Your patients have a wealth of clinical data at their fingertips — provided they know where to find it and how to interpret it.
These eight health and safety aids are appropriate for consumer use. Some may even be FDA-approved, though those without the FDA’s blessing are no less useful for the omission. Do your due diligence and decide which, if any, you’ll recommend to your patients moving forward.
- Personal Blood Glucose Monitors
Most diabetes patients wear blood glucose monitors, but you know better than most how what a difference the proper device can make. If you’re not comfortable making a specific recommendation, direct your patients to unbiased digital resources like this Mayo guide. Direct patients unwilling or unable to use traditional meters to sleeker options that monitor on a near-continuous basis.
- Personal Fitness Trackers
Personal fitness trackers are ubiquitous. Even the healthiest among us use them to track workouts, monitor vitals, and count calories. Though some crow about over-interpreting results or obsessing about normal variance, there’s no clinical downside to fitness tracker use for most patients. This device class is particularly helpful for patients beginning weight loss programs. The fitness tracker market is just about saturated at this point, so you’ll want to check unbiased fitness tracker reviews before you recommend.
- Health Alert Wearables
The unexpected can happen anywhere — that’s why we call it “unexpected.” In-home health alert systems may not offer sufficient comfort for active patients worried about falls or medical emergencies outside the home, though (as we’ll see) they’re a key part of any comprehensive risk-mitigation plan. Read up on leading medical alert wearables, like this MobileHelp review, and determine which best fit your patient population’s needs.
- In-Home Health Alert Systems
In-home health alert systems are no less important than their wearable counterparts. This is doubly true for older or infirm patients who can’t tolerate wearables for long periods of time or aren’t comfortable with the technological interface. Work with care coordinators and others in your office to improve adoption rates and ensure that your patients are actually using these potentially lifesaving devices.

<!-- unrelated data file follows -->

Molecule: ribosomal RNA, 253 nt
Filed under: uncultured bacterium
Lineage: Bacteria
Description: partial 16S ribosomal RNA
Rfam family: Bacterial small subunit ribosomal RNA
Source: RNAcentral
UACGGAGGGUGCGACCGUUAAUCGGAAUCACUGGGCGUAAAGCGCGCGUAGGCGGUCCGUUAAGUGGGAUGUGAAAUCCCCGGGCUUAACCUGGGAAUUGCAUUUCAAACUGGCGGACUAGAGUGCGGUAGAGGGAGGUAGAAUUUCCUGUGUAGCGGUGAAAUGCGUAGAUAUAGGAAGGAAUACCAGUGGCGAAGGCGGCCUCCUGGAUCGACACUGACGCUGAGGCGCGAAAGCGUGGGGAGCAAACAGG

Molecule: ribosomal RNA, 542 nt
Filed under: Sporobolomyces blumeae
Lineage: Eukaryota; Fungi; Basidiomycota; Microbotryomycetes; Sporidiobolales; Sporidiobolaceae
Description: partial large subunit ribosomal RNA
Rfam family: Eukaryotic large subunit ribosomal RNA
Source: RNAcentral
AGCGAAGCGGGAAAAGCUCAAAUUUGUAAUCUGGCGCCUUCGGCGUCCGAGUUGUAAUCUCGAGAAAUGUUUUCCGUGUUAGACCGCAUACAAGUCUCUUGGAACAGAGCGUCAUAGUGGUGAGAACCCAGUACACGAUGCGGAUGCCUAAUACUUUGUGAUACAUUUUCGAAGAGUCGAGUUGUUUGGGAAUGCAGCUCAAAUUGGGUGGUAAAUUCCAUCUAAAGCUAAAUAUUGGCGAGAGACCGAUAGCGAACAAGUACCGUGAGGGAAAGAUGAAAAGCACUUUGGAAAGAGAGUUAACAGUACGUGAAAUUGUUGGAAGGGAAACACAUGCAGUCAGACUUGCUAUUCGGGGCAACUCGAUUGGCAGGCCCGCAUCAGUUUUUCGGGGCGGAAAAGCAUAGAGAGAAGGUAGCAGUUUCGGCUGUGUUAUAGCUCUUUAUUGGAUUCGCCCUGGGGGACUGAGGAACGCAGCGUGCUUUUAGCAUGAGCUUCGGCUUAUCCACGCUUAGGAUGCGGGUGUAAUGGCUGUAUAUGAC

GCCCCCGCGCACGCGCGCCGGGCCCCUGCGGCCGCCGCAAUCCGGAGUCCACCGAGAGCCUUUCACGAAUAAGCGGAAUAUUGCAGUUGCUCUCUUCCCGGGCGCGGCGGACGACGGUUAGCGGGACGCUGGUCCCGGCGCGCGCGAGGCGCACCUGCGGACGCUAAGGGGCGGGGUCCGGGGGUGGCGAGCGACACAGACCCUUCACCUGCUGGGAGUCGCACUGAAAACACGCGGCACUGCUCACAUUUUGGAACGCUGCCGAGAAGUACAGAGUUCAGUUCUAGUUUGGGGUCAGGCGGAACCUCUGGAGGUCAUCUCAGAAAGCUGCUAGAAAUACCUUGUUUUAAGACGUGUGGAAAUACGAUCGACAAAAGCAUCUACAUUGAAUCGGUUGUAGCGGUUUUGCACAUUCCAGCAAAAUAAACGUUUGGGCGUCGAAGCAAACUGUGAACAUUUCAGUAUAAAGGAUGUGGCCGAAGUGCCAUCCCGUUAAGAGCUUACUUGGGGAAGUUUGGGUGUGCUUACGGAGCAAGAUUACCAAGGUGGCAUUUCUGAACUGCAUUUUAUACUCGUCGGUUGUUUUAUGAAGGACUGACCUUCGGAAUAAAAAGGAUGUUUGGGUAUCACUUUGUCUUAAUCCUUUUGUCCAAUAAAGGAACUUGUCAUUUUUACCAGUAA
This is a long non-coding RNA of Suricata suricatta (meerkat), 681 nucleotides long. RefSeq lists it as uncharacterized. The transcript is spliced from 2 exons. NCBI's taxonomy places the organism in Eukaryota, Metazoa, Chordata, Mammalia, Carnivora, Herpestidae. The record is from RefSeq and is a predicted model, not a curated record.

- Mobile Electrocardiogram
Though many fitness trackers monitor heart rate and rhythm, they’re not designed to produce detailed cardiac activity ratings. Mobile electrocardiogram devices are; some even have the FDA’s blessing. AliveCor makes an FDA-improved mobile electrocardiogram app, but you’ll want to survey the entire field and settle on an app or apps you’re comfortable recommending.
- Mobile Diabetes Manager
Blood glucose monitoring is a critical aspect of diabetes management, but it’s not by itself sufficient to improve patient outcomes. A passive monitor can’t force patients to take insulin or make better dietary choices, after all. For patients without insulin pumps or other active management measures, diabetes management apps fill a crucial niche. Some apps function more or less as diabetes management logbooks, while others have a broader slate of sophisticated features. If you work with lower-income patients, take care to recommend free or lower-cost options.
- Quick Consult Apps
No matter how extensive or responsive your care team is, you can’t be everywhere at once. Mobile quick consult apps help plug the gaps for non-emergent complaints, and for less mobile patients for whom visiting urgent care or the emergency department is difficult.
- Mobile Sleep Monitors
Some fitness trackers have built-in sleep monitoring apps. Other sleep monitors are standalone phone or watch apps that track breathing, heart rate, and other vital signs during sleep and peri-sleep. They’re immensely useful data-gathering tools for clinicians and laypeople alike, even when patients present no sleep-related complaints.
Stay on the State of the Art
You could bet on these eight consumer health apps and devices being the only such aids to come on the market between now and the end of next year, but you’d be setting yourself up for a sure loss.
The consumer health space’s technological state of play is changing before our eyes. While it might not make the top five slots on your to-do list, you owe it to yourself — and your patients — to stay on top of the latest trends and incorporate important new information into your practice.